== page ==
11 Things to Know Before Dyeing Your Own Hair
There's no denying it: DIY hair dyes can be tricky. Theoretically, you should be able to pick up a thing of box hair color at Target and emerge out of your bathroom with a brand new (and flawless) hair color, but there's definitely room for error. You have to follow the correct after-care regimen to actually maintain your look, not to mention sometimes the directions on the back of the hair dye box are confusing as hell.
To help you out, we enlisted the help of several celebrity hair colorists who are dishing on how to dye hair at home... the right way.
Click through our gallery to see 11 tips you need to know before heading to the drugstore or your local beauty supply store to pick up a box of at-home hair dye.
Ask Your Colorist for Advice on Color Levels
If you are preparing to color your own hair or if you need to color your hair in a pinch, celebrity hair colorist Patrice Vinci — of the eponymous Patrice Vinci Salon in Boston — recommends speaking with your colorist to determine the color level they would recommend.
"This is valuable information that dedicated beauty supply stores, such as Sally’s, will use to guide you to the proper color for your needs," Vinci says.
Assess Your Regrowth
"Rather than going by the color on the box, or the ends of your hair, focus on your regrowth (roots) as the guide in selecting a color by the box," Vinci says. "How much gray do you need to cover? This is key for application, as you should only cover the gray area, leaving the remainder of your hair untouched until the final 10 minutes of the process time."
Vinci says this will also help avoid color build-up on hair and give a more professional look to your at-home color.
Opt for Semi-Permanent When Coloring Gray Hair
If you are looking to add color to gray hair, then Patricio Jardines, a hair colorist at Eliut Salon, recommends choosing a semi-permanent color instead of a permanent dye. "This will blend hair with minimal damage, especially since it needs to be treated more frequently," Jardines says.
Add Artificial Sweetener
"No matter the shade or hue, if you're dyeing at home and have severely sensitive skin, add one packet of Sweet 'N Low sugar to the dye to alleviate the drying effects of any ammonia in the boxed dye," she says. "The acids in the Sweet 'N Low help neutralize the pH level, alleviating dryness and skin irritation."
Go a Shade Lighter
Jardines says that when you are choosing a box color, make sure you pick a shade lighter or half a shade lighter than your natural hair color. "This plays it safe so you don’t end up with a color that doesn’t match your natural color," he says.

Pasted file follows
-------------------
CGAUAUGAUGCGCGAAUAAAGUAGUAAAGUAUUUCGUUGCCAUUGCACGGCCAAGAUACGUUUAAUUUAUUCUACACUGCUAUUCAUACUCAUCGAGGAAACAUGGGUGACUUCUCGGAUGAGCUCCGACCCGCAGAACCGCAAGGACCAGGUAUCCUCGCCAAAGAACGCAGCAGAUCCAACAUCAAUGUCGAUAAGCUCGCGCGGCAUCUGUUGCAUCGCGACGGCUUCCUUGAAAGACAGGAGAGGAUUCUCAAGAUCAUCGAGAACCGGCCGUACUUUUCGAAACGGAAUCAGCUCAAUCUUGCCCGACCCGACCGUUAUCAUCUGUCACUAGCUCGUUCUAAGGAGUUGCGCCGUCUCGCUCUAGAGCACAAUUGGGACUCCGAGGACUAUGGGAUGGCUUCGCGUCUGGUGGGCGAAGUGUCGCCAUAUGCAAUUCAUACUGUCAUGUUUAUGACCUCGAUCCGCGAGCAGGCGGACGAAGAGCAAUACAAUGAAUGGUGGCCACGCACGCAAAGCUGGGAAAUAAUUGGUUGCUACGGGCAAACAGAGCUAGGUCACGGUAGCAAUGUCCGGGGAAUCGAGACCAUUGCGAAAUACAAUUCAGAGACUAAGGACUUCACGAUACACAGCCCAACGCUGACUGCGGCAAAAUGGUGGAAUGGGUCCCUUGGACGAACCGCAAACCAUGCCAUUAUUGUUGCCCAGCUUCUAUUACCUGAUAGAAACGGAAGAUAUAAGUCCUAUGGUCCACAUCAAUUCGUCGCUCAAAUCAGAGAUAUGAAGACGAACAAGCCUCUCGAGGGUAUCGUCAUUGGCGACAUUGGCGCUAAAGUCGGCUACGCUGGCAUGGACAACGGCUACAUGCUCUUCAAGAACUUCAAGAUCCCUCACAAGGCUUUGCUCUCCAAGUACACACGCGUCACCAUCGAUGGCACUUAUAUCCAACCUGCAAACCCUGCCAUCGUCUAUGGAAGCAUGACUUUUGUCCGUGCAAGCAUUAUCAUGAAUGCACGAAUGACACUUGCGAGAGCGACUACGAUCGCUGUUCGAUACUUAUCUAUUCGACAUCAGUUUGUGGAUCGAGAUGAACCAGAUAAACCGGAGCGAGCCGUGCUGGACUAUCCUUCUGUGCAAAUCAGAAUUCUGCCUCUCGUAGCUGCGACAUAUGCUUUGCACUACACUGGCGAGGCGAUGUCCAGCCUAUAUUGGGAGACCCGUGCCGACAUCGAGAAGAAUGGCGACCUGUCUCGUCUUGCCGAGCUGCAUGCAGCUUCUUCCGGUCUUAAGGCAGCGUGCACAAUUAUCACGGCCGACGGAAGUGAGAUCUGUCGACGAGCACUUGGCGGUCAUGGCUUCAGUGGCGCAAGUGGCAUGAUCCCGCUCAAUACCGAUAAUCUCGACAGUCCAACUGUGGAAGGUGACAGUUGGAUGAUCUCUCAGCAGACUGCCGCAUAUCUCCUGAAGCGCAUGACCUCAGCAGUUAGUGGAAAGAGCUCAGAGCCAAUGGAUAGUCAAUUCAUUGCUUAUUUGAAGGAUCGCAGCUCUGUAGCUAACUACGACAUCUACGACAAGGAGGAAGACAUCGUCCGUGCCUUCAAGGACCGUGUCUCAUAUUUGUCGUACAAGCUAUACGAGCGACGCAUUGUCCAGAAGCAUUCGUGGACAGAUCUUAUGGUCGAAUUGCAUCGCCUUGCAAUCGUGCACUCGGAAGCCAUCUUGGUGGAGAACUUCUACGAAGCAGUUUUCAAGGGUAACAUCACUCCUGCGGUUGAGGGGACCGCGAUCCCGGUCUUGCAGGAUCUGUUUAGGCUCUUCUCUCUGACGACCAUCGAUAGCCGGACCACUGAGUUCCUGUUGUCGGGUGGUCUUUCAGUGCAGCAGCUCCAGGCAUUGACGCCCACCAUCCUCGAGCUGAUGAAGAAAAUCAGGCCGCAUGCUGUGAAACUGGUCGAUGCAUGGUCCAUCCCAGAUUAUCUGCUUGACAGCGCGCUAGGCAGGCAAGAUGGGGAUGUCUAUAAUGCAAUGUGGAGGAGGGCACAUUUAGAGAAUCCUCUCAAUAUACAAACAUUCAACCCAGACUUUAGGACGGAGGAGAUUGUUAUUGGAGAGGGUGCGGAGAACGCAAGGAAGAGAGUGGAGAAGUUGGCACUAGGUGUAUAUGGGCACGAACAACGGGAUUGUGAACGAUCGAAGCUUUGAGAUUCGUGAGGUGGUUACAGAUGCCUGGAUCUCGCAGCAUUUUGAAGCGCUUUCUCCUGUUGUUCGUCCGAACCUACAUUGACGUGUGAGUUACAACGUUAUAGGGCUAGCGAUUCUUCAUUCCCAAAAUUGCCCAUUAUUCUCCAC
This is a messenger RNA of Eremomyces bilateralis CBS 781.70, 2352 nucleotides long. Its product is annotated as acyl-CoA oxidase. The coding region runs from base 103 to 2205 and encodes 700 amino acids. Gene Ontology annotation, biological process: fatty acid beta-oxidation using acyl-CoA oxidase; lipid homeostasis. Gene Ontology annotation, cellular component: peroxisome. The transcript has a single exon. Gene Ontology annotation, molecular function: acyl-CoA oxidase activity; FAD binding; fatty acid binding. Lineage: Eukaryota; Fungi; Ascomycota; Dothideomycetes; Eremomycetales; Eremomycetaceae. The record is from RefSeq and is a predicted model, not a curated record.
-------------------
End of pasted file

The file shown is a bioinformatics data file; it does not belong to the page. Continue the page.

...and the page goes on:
Avoid Excessive Use of Heat Styling Tools
If you are about to try dyeing your hair at home, Wright recommends you stop using hot tools at least a week before giving it a go.
"The heat from straighteners, curling irons, and blow dryers cause brittle, dry, and damaged strands, which will not result in vibrant color," Wright says. "If your hair already suffers from significant heat damage, consider getting it professionally cut before your new dye job. This will ensure that the damaged hair is gone before applying color."
Don't Forget to Check Out Your Local Beauty Store
While you might hit up Target for your usual essentials, Vinci says to consider visiting a beauty supply store, like Sally's Beauty Supply, if you are going to try dyeing hair at home.
"Most beauty supply stores employ hair professionals or hair students and they have a better understanding of the complicated world of hair color," she says. "Armed with a color level and any other details a hair colorist has shared with you or going it solo, beauty supply store representatives can focus on products to make solid recommendations in meeting your color needs."
Bonus? Vinci says the products these stores sell are generally salon grade.
Invest in a Purple Shampoo
If you haven't yet hard of purple shampoo to keep your color looking fresh, then you'll want to listen up to this tip from Danielle Lint, an expert hair colorist at Warren Tricomi Salons.
"This keeps blonde hair brighter when it starts to turn the unwanted yellow or brassy color," she says. Try Clariol Professional Shimmer Lights Shampoo.
Lint says that while she doesn't recommend clients try box colors or bleach at home, she is a fan of temporary color or solid upkeep products, like color-safe shampoo. “[It’s] the absolute best way to maintain color and look your best until your next visit," she says.
Try Root Touch-Up Products
If you don't want to dye your hair at home but wouldn't mind masking some of the grays until you can hit the salon, then Lint recommends picking up a temporary hair color spray that covers the gray. Lint says she loves L'oreal's Paris Magic Root Cover Up Spray.
Use Vaseline to Avoid Stains
Want to avoid color stains on your skin? Celebrity hair colorist Cindy Lopez recommends putting Vaseline around your hairline to keep stains at bay.
Apply Color in Sections
Lopez says that while she doesn't recommend applying color at home, if you are strapped for a quick fix, then you'll want to be sure you part your hair in sections before applying color.
"This makes the application process easier and helps to distribute the color evenly," she says.